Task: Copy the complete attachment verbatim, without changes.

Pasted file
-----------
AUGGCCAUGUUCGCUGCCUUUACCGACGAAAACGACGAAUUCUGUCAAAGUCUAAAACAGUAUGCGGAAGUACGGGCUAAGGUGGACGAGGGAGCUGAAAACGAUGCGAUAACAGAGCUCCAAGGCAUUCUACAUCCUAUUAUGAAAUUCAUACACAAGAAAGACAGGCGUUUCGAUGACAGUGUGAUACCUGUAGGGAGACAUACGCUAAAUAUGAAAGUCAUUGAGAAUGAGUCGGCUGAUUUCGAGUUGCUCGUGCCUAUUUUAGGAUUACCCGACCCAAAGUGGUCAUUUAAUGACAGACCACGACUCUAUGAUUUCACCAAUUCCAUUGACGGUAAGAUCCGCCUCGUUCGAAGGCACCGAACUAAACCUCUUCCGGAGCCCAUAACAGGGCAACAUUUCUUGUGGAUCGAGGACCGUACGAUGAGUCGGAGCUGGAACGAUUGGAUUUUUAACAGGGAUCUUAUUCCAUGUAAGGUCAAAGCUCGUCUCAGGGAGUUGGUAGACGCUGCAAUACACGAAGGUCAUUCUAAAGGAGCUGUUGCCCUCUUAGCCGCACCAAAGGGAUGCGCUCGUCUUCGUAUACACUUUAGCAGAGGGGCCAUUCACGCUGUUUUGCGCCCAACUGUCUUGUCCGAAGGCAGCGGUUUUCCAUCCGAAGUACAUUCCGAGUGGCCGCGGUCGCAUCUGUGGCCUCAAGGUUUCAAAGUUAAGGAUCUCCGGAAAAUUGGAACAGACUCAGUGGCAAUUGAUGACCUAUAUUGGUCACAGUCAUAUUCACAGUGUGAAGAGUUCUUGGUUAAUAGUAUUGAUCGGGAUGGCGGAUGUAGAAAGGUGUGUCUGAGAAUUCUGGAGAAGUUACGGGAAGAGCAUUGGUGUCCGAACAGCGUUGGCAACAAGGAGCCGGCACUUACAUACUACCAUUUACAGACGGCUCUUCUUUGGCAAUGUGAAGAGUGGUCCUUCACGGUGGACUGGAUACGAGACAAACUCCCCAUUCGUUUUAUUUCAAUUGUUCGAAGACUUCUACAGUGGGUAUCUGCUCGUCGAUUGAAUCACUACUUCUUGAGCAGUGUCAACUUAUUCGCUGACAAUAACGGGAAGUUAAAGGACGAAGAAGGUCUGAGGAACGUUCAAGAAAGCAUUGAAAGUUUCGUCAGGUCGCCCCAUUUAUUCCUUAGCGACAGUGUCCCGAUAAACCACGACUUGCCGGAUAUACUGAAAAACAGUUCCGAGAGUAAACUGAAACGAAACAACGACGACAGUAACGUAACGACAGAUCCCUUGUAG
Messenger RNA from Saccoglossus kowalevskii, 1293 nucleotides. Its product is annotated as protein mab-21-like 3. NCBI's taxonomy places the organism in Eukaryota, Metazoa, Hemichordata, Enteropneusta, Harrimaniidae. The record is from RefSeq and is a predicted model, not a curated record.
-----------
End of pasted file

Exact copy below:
AUGGCCAUGUUCGCUGCCUUUACCGACGAAAACGACGAAUUCUGUCAAAGUCUAAAACAGUAUGCGGAAGUACGGGCUAAGGUGGACGAGGGAGCUGAAAACGAUGCGAUAACAGAGCUCCAAGGCAUUCUACAUCCUAUUAUGAAAUUCAUACACAAGAAAGACAGGCGUUUCGAUGACAGUGUGAUACCUGUAGGGAGACAUACGCUAAAUAUGAAAGUCAUUGAGAAUGAGUCGGCUGAUUUCGAGUUGCUCGUGCCUAUUUUAGGAUUACCCGACCCAAAGUGGUCAUUUAAUGACAGACCACGACUCUAUGAUUUCACCAAUUCCAUUGACGGUAAGAUCCGCCUCGUUCGAAGGCACCGAACUAAACCUCUUCCGGAGCCCAUAACAGGGCAACAUUUCUUGUGGAUCGAGGACCGUACGAUGAGUCGGAGCUGGAACGAUUGGAUUUUUAACAGGGAUCUUAUUCCAUGUAAGGUCAAAGCUCGUCUCAGGGAGUUGGUAGACGCUGCAAUACACGAAGGUCAUUCUAAAGGAGCUGUUGCCCUCUUAGCCGCACCAAAGGGAUGCGCUCGUCUUCGUAUACACUUUAGCAGAGGGGCCAUUCACGCUGUUUUGCGCCCAACUGUCUUGUCCGAAGGCAGCGGUUUUCCAUCCGAAGUACAUUCCGAGUGGCCGCGGUCGCAUCUGUGGCCUCAAGGUUUCAAAGUUAAGGAUCUCCGGAAAAUUGGAACAGACUCAGUGGCAAUUGAUGACCUAUAUUGGUCACAGUCAUAUUCACAGUGUGAAGAGUUCUUGGUUAAUAGUAUUGAUCGGGAUGGCGGAUGUAGAAAGGUGUGUCUGAGAAUUCUGGAGAAGUUACGGGAAGAGCAUUGGUGUCCGAACAGCGUUGGCAACAAGGAGCCGGCACUUACAUACUACCAUUUACAGACGGCUCUUCUUUGGCAAUGUGAAGAGUGGUCCUUCACGGUGGACUGGAUACGAGACAAACUCCCCAUUCGUUUUAUUUCAAUUGUUCGAAGACUUCUACAGUGGGUAUCUGCUCGUCGAUUGAAUCACUACUUCUUGAGCAGUGUCAACUUAUUCGCUGACAAUAACGGGAAGUUAAAGGACGAAGAAGGUCUGAGGAACGUUCAAGAAAGCAUUGAAAGUUUCGUCAGGUCGCCCCAUUUAUUCCUUAGCGACAGUGUCCCGAUAAACCACGACUUGCCGGAUAUACUGAAAAACAGUUCCGAGAGUAAACUGAAACGAAACAACGACGACAGUAACGUAACGACAGAUCCCUUGUAG
Messenger RNA from Saccoglossus kowalevskii, 1293 nucleotides. Its product is annotated as protein mab-21-like 3. NCBI's taxonomy places the organism in Eukaryota, Metazoa, Hemichordata, Enteropneusta, Harrimaniidae. The record is from RefSeq and is a predicted model, not a curated record.